87. R. C. Remsing, R. P. Swatloski, R. D. Rogers and G. Moyna, Chem. Commun., 2006, 1271–1273 RSC.
  88. T. G. A. Youngs, J. D. Holbrey, C. L. Mullan, S. E. Norman, M. C. Lagunas, C. D'Agostino, M. D. Mantle, L. F. Gladden, D. T. Bowron and C. Hardacre, Chem. Sci., 2011, 2, 1594–1605 RSC.
  89. J. M. Andanson, A. A. H. Padua and M. F. Costa Gomes, Chem. Commun., 2015, 51, 4485–4487 RSC.
  90. H. Liu, K. L. Sale, B. M. Holmes, B. A. Simmons and S. Singh, J. Phys. Chem. B, 2010, 114, 4293–4301 CrossRef CAS PubMed.
  91. A. S. Gross, A. T. Bell and J.-W. Chu, J. Phys. Chem. B, 2011, 115, 13433–13440 CrossRef CAS PubMed.
  92. H. Liu, G. Cheng, M. Kent, V. Stavila, B. A. Simmons, K. L. Sale and S. Singh, J. Phys. Chem. B, 2012, 116, 8131–8138 CrossRef CAS PubMed.
  93. Y. Zhao, X. Liu, J. Wang and S. Zhang, Carbohydr. Polym., 2013, 94, 723–730 CrossRef CAS PubMed.
  94. B. D. Rabideau, A. Agarwal and A. E. Ismail, J. Phys. Chem. B, 2013, 117, 3469–3479 CrossRef CAS PubMed.
  95. V. S. Bharadwaj, T. C. Schutt, T. C. Ashurst and C. M. Maupin, Phys. Chem. Chem. Phys., 2015, 17, 10668–10678 RSC.
  96. B. Mostofian, J. C. Smith and X. Cheng, Cellulose, 2014, 21, 983–997 CrossRef CAS.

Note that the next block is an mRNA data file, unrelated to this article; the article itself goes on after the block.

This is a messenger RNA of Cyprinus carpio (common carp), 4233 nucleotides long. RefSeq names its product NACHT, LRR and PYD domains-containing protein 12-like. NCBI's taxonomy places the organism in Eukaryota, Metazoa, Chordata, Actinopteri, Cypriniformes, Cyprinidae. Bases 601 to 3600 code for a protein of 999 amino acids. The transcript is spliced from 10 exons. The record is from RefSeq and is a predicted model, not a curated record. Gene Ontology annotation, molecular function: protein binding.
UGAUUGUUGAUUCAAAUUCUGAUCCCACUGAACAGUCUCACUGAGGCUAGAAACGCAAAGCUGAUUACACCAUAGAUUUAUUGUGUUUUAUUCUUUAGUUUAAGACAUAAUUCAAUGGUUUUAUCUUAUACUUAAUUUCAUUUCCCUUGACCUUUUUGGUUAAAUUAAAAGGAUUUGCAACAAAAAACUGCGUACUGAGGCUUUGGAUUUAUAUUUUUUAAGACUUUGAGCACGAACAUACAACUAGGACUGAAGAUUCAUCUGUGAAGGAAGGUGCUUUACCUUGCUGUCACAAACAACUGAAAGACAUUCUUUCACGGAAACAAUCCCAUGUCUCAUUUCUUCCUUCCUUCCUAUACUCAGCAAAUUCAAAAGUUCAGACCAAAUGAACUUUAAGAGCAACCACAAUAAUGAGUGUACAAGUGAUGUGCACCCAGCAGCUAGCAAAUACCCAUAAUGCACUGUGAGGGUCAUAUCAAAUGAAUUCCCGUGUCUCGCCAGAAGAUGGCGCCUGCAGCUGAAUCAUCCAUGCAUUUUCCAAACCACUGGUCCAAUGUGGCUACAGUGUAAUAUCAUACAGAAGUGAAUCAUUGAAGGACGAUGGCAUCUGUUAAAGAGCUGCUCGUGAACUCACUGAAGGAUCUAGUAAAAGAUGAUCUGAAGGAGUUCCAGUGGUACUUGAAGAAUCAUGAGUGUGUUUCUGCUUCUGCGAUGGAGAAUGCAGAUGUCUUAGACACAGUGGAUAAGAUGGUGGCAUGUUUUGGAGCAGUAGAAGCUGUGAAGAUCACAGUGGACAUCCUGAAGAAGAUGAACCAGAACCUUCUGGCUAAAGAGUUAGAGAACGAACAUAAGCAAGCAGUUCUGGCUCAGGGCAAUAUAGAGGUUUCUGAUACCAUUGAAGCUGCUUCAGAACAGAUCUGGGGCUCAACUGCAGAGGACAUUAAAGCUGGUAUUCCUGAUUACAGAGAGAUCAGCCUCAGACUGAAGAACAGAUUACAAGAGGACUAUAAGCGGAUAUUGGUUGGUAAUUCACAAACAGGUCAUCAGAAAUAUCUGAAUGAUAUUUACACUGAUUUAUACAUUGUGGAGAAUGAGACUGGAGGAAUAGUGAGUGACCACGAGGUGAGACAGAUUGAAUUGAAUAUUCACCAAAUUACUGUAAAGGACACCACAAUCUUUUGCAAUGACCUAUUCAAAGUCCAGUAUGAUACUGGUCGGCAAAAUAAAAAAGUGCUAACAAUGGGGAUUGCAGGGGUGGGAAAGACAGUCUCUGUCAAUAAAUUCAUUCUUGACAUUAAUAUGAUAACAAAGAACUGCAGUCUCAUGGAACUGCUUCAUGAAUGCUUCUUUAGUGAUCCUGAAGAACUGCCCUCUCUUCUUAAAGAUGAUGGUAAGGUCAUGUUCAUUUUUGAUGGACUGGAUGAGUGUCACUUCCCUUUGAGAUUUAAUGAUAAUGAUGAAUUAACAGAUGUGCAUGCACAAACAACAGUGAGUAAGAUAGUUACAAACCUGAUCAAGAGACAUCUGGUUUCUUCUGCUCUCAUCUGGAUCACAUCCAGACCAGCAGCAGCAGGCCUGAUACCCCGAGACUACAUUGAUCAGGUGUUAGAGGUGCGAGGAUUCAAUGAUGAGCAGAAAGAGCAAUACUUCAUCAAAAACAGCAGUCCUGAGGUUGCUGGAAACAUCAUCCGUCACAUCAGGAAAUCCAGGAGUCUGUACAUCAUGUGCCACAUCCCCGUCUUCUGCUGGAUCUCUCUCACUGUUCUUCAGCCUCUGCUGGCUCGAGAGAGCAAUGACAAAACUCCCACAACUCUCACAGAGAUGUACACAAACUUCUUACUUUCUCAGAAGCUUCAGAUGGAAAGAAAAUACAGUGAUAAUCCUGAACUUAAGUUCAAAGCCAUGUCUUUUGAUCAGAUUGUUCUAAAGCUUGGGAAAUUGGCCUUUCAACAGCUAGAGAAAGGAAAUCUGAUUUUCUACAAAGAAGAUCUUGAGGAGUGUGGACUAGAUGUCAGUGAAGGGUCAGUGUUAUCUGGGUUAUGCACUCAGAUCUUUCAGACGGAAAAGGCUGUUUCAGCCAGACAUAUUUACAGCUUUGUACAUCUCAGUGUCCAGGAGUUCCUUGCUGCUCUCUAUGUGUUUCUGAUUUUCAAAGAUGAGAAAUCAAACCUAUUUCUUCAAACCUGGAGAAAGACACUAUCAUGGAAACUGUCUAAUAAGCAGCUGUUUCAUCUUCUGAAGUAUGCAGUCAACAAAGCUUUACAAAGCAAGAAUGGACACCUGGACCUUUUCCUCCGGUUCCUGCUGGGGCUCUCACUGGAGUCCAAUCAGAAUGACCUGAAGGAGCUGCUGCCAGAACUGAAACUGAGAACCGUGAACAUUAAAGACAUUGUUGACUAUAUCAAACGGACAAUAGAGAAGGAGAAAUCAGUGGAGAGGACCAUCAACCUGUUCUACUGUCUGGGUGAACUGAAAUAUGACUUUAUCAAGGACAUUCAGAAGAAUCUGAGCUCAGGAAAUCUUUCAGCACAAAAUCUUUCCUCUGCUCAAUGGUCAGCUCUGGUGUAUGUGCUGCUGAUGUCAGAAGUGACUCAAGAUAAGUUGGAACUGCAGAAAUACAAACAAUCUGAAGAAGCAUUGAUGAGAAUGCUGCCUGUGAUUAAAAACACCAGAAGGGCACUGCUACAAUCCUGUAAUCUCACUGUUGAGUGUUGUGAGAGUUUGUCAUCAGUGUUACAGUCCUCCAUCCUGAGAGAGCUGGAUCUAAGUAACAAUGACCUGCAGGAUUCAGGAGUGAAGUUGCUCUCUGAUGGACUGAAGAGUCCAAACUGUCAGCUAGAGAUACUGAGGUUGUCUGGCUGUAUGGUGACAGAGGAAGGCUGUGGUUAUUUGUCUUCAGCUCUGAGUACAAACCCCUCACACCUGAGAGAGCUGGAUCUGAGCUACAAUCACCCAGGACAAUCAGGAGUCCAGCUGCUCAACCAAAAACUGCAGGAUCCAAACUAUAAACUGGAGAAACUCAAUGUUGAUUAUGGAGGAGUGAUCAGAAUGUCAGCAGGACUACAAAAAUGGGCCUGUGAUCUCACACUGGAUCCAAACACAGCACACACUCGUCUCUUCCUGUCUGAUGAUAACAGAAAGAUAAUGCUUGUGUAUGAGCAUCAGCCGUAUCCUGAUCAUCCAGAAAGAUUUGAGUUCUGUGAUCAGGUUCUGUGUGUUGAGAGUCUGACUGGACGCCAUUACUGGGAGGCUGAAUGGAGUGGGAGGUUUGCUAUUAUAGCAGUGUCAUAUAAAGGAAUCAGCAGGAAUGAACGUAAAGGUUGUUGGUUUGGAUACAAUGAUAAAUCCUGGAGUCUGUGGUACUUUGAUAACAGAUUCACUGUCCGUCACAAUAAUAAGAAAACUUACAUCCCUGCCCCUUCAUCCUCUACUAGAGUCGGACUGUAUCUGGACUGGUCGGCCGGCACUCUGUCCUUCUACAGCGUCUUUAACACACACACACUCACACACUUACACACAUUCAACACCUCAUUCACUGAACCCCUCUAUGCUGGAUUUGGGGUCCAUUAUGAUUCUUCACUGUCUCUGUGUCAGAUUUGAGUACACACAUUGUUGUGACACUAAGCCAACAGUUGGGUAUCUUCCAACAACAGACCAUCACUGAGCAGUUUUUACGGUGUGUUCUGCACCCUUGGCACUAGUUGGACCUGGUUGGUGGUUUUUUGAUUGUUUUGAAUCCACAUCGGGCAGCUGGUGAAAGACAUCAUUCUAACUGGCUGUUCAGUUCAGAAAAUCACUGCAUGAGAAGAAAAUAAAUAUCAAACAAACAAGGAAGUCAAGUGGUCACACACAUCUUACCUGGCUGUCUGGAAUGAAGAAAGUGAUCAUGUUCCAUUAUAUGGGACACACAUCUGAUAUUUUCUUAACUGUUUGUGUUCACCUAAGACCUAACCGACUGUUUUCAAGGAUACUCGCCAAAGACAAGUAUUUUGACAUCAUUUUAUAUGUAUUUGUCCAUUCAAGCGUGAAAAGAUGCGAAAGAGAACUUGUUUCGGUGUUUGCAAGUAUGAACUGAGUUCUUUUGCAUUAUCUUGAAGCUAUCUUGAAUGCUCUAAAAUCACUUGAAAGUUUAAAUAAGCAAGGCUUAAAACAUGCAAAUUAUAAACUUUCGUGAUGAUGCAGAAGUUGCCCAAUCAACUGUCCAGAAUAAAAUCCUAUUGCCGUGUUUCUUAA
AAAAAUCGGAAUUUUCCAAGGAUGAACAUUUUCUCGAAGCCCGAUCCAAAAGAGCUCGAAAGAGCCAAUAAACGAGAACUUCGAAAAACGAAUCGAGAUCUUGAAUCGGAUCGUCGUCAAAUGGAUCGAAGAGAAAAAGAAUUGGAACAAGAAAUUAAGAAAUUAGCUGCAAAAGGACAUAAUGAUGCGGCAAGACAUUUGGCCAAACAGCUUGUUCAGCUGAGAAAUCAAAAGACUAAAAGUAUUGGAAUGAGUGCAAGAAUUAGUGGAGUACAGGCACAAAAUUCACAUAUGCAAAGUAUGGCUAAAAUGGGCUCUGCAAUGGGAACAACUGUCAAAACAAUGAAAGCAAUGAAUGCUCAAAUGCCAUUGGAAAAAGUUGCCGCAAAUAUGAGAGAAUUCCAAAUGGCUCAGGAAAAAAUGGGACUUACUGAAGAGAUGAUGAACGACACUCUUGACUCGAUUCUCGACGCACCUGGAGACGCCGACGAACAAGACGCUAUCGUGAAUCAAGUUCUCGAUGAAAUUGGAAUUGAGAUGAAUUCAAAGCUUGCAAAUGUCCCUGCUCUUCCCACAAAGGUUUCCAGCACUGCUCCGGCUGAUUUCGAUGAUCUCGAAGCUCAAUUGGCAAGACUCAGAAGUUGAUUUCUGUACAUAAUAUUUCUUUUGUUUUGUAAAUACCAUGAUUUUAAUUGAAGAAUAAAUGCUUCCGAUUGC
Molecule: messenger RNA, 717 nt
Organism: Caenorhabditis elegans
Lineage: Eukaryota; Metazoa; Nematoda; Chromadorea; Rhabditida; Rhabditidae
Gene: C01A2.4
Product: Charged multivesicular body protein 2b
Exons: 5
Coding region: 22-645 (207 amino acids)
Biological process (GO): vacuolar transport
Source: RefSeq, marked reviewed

97. B. D. Rabideau, A. Agarwal and A. E. Ismail, J. Phys. Chem. B, 2014, 118, 1621–1629 CrossRef CAS PubMed.
  98. D. L. Minnick, R. A. Flores, M. R. DeStefano and A. M. Scurto, J. Phys. Chem. B, 2016, 120, 7906–7919 CrossRef CAS PubMed.
  99. A. J. Holding, M. Heikkilä, I. Kilpeläinen and A. W. T. King, ChemSusChem, 2014, 7, 1422–1434 CrossRef CAS PubMed.
  100. A. J. Holding, A. Parviainen, I. Kilpelainen, A. Soto, A. W. T. King and H. Rodriguez, RSC Adv., 2017, 7, 17451–17461 RSC.
  101. Y.-B. Huang, P.-P. Xin, J.-X. Li, Y.-Y. Shao, C.-B. Huang and H. Pan, ACS Sustainable Chem. Eng., 2016, 4, 2286–2294 CrossRef CAS.
  102. E. Gale, R. H. Wirawan, R. L. Silveira, C. S. Pereira, M. A. Johns, M. S. Skaf and J. L. Scott, ACS Sustainable Chem. Eng., 2016, 4, 6200–6207 CrossRef CAS.
  103. G. T. Ciacco, T. F. Liebert, E. Frollini and T. J. Heinze, Cellulose, 2003, 10, 125–132 CrossRef CAS.
  104. L. Härdelin, J. Thunberg, E. Perzon, G. Westman, P. Walkenström and P. Gatenholm, J. Appl. Polym. Sci., 2012, 125, 1901–1909 CrossRef.
  105. A. Pinkert, J. Chem. Eng. Data, 2012, 57, 1338–1340 CrossRef CAS.